Thursday, May 18, 2006

 

The CIA Fix

The Editors at National Review Online post an editorial on General Hayden’s Confirmation Hearings for head of the Central Intelligence Agency (CIA).

The say he needs to be confirmed, which needs to happen.

NRO points to three major problems with the CIA:

First, the CIA’s analytical track record is poor.

Think Iran in the 70’s, Iraq in the 80’s and the lead-up to the Gulf War, post Gulf War, collapse of the USSR, North Korean Nukes, WMD in Iraq, perhaps Iran Nukes now.

Second, the agency is inept at its core mission of waging covert operations against America’s enemies.

Church Committee hearings, other post-Watergate and post-Vietnam witch-hunts, other misdirected oversight severely degraded CIA capabilities.

Third, while much of the permanent bureaucracy in Washington tends to lean to the left and resent policy innovations by conservative Republican administrations, this problem is particularly acute at the CIA. Indeed, much of the agency has been in a state of semi-open rebellion against the Bush administration. Numerous CIA officials engaged in efforts to torpedo key administration policies by leaking information to the media.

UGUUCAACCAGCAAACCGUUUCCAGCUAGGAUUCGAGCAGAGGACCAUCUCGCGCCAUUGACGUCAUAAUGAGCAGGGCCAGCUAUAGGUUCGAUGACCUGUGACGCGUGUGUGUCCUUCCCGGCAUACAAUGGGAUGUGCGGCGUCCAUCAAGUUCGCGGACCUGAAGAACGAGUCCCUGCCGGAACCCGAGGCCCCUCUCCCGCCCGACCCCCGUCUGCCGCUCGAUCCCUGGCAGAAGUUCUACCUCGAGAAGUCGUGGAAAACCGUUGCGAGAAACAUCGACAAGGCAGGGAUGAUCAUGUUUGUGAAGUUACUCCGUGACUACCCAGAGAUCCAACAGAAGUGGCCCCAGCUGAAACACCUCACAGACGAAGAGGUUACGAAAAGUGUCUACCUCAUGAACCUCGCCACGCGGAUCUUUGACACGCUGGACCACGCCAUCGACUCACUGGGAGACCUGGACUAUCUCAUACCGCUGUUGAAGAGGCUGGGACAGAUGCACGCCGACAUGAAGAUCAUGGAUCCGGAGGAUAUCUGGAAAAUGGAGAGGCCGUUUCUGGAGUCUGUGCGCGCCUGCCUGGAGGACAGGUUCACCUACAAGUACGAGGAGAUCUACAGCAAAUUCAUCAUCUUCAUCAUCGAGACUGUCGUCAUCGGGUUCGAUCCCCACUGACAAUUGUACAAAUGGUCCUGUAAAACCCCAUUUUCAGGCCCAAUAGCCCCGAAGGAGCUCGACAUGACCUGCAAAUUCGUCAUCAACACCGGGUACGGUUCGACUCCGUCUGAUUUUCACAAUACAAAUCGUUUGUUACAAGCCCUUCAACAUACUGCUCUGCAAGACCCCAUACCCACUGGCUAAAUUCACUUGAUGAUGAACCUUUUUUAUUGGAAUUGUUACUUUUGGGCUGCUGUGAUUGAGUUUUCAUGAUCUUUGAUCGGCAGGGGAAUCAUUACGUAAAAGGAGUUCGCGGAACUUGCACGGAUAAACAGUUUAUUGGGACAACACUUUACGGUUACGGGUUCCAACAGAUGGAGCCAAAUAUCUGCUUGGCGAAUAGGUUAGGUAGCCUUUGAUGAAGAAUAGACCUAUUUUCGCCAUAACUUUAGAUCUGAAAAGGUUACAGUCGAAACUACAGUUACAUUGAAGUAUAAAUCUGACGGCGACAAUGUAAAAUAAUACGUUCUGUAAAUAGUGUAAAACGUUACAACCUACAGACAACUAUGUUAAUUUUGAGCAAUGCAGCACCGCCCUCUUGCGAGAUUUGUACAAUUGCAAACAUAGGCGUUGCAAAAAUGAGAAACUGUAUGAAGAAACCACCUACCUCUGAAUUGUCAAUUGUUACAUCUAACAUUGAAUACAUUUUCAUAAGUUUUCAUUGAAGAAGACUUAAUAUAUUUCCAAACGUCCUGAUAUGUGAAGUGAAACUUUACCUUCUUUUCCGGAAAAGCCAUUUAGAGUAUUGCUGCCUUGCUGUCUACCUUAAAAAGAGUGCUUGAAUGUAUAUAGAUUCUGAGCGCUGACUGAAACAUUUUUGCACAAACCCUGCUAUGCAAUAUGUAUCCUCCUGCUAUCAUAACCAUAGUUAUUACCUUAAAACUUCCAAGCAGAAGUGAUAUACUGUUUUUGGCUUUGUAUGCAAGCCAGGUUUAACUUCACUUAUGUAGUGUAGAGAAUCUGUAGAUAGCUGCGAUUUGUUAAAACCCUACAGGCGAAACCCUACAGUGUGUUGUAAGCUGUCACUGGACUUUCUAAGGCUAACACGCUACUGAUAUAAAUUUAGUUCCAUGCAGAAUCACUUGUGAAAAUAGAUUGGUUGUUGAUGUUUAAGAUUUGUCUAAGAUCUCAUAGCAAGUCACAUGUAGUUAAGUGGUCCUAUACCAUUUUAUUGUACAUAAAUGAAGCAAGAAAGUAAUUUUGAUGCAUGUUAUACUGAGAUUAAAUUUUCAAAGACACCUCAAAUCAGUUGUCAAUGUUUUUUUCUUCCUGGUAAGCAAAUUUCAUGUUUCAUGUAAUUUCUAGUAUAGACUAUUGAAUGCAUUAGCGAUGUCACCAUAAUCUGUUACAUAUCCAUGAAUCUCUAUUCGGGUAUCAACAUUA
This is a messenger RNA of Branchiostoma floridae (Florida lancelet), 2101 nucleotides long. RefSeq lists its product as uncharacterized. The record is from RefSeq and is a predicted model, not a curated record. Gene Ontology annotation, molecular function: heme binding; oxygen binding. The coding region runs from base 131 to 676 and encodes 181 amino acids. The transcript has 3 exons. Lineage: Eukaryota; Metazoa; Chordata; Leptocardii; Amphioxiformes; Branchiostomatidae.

Porter Goss fought this CIA—and the CIA won.

NRO suggests that Hayden can play a critical role in resuming the battle to reform (fix) the CIA:

The message must be that, although Goss is gone, the clean-up at the CIA is not—and that Hayden is going there to finish it.

If we let the bureau-boobs, partisan and other political turf opportunists win this time around, we will only have ourselves to blame the next time catastrophe occurs to American National Security. And by then, those same apparatchiks will be safely retired, out on the links or off on some cruise. That is, when they’re not penning anonymous Op-Eds or leaking classified information to the press.



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